At St. Michael’s, Cornhill, between 1857 and 1860, Sir George Gilbert Scott, in collaboration with the Surveyor to the Parish, Herbert Williams (1812/13-1873), carried out a refurbishment of the church, which is in the heart of the banking area of the City of London. Again, subsequent changes have made it difficult to assess the extent of Scott’s work. It was one of the fifty-two City churches which Wren rebuilt after the Great Fire of London in 1666, although its medieval tower survived the fire, and perhaps because of this, Wren rebuilt the church in his own version of Gothic. Scott and Williams refitted the interior, altered and formed new windows, and with William Andrew Mason, constructed a new north-west porch. This is entirely in Scott’s version of Gothic and has a fine tympanum carved by Philip. Scott fitted simple Florentine tracery to the aisle windows but inserted heavy Gothic tracery into Wren’s circular clerestory windows. The interior was decorated extensively with stencil patterns by Clayton and Bell with a painted ceiling by Stacy Marks. All the decorations have since disappeared, as has the light-inhibiting clerestory tracery, but the fittings still remain, including Scott’s reredos, which is in a round-arch Gothic style as well as the iron Gothic altar rails, pulpit and carved choir stalls, the font given a new stem. The whole ensemble seems to have been very successful. The Ecclesiologist says that Scott, ‘fuses the vaulting into something transitional between Pointed and Italian. And he inserts tracery into all the round-headed windows, and the great ugly stable-like circles of the clerestory become roses under his plastic hand’. With praise like this, from where he most wanted it, it is not surprising that Scott turned to St. Michael’s, Cornhill, as a possible solution to his problems over a style for the Foreign Office.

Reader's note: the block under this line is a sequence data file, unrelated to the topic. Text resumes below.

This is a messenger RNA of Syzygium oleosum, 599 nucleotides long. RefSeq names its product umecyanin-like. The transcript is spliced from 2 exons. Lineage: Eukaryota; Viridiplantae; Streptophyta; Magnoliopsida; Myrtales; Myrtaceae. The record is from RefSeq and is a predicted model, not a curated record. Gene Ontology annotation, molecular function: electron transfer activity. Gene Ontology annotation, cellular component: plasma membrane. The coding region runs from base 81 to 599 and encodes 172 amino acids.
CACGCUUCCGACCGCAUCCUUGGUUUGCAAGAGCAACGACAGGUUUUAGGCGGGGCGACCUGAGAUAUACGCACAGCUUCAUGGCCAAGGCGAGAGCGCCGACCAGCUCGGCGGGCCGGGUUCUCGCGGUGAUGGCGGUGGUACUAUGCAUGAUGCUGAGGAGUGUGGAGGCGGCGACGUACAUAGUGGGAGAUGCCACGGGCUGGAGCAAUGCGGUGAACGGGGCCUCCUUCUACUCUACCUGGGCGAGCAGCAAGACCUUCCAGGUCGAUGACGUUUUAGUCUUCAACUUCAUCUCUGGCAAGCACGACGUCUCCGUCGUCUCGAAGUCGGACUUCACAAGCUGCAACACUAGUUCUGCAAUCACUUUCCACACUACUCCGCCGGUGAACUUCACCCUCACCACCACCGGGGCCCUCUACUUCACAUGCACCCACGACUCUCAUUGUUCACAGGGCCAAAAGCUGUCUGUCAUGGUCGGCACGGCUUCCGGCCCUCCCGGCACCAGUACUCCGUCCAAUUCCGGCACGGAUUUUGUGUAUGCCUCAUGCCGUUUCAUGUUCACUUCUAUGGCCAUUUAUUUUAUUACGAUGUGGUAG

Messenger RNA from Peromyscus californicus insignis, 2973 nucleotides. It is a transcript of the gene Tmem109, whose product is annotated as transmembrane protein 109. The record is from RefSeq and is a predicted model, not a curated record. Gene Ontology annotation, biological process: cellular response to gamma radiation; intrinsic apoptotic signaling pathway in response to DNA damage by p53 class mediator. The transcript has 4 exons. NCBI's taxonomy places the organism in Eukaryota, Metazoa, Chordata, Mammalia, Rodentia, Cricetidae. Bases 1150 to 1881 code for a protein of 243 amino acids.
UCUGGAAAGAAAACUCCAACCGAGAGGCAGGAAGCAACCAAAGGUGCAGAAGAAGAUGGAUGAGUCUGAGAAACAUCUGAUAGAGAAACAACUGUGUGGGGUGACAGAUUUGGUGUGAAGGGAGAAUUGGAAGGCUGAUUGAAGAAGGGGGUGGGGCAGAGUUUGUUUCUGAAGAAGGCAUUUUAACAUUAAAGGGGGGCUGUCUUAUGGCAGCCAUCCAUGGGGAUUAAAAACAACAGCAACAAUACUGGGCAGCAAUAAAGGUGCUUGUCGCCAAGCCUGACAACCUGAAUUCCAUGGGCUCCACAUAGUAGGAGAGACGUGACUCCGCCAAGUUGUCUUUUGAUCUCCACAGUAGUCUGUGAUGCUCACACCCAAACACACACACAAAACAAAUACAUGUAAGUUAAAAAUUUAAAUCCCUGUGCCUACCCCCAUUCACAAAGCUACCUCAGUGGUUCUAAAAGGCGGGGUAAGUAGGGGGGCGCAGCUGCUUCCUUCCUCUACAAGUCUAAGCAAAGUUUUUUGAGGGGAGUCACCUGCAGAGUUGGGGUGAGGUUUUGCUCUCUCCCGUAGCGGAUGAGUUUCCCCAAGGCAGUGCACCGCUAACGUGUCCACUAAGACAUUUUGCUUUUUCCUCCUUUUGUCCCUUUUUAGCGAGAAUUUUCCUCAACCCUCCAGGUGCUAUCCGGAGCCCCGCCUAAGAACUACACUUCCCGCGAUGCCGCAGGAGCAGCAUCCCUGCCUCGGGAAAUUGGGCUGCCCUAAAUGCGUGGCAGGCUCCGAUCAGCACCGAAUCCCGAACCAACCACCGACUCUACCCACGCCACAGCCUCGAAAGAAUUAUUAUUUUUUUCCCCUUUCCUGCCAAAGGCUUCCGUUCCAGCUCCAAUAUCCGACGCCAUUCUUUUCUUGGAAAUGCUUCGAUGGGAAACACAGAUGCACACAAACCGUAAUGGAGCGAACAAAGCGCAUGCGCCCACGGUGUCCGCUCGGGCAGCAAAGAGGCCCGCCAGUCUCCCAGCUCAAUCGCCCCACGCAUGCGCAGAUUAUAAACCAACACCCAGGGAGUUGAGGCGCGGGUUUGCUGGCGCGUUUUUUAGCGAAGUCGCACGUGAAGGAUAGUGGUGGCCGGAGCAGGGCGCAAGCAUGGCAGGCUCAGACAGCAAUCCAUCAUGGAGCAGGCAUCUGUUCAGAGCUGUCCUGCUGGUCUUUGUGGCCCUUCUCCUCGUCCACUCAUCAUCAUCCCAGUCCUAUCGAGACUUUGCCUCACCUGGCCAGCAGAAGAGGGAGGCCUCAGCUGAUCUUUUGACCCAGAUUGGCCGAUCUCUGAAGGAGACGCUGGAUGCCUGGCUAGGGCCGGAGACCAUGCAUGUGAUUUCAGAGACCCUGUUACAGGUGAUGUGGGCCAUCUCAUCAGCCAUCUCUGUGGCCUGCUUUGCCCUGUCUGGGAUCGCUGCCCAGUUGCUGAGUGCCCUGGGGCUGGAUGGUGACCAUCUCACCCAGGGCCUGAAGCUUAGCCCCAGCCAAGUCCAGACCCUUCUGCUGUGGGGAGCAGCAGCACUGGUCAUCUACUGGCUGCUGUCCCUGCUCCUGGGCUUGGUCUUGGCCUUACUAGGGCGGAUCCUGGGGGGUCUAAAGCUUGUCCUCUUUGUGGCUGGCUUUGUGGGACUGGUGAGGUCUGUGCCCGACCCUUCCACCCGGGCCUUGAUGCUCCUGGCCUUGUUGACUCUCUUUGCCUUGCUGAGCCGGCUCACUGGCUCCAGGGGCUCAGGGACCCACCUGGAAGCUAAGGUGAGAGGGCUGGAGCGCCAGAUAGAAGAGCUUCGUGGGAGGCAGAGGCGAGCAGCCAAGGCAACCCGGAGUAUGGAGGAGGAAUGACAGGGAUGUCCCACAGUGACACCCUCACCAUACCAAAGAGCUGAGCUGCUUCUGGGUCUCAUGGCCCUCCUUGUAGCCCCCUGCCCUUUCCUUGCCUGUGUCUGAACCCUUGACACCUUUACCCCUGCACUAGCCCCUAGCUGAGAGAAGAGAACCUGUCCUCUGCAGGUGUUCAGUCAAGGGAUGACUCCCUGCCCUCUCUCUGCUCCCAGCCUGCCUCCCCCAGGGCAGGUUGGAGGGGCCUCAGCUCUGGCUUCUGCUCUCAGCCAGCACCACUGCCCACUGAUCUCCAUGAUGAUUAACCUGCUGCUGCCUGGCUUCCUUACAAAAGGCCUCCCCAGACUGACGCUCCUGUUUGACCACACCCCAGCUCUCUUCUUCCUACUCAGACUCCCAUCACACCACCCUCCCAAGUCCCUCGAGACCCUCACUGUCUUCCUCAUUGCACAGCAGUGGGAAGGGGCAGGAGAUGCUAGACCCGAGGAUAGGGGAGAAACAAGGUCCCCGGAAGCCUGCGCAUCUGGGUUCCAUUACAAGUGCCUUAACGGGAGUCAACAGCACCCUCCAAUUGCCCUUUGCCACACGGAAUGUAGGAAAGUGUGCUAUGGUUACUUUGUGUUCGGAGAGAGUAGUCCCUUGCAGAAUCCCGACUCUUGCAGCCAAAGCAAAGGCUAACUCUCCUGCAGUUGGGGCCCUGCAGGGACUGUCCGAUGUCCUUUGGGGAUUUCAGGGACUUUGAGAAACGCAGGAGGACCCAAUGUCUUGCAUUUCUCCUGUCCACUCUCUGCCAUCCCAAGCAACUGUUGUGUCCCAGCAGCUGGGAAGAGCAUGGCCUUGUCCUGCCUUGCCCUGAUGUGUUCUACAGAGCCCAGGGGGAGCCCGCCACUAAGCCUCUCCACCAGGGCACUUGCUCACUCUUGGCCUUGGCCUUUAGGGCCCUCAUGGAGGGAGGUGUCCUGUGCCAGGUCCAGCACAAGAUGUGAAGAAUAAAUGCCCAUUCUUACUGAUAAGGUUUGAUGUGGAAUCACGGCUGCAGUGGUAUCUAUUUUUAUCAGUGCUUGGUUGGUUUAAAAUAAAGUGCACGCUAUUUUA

Colvin, H., A Biographical Dictionary of British Architects 1600-1840 (Yale University Press, New Haven and London, 1995), p. 710.
Read, B., Victorian Sculpture (Yale University Press, New Haven and London, 1984), p. 267.
Clarke, B. F. L., Church Builders of the Nineteenth Century, A Study of the Gothic Revival in England (David and Charles, Newton Abbot, 1969), p. 244.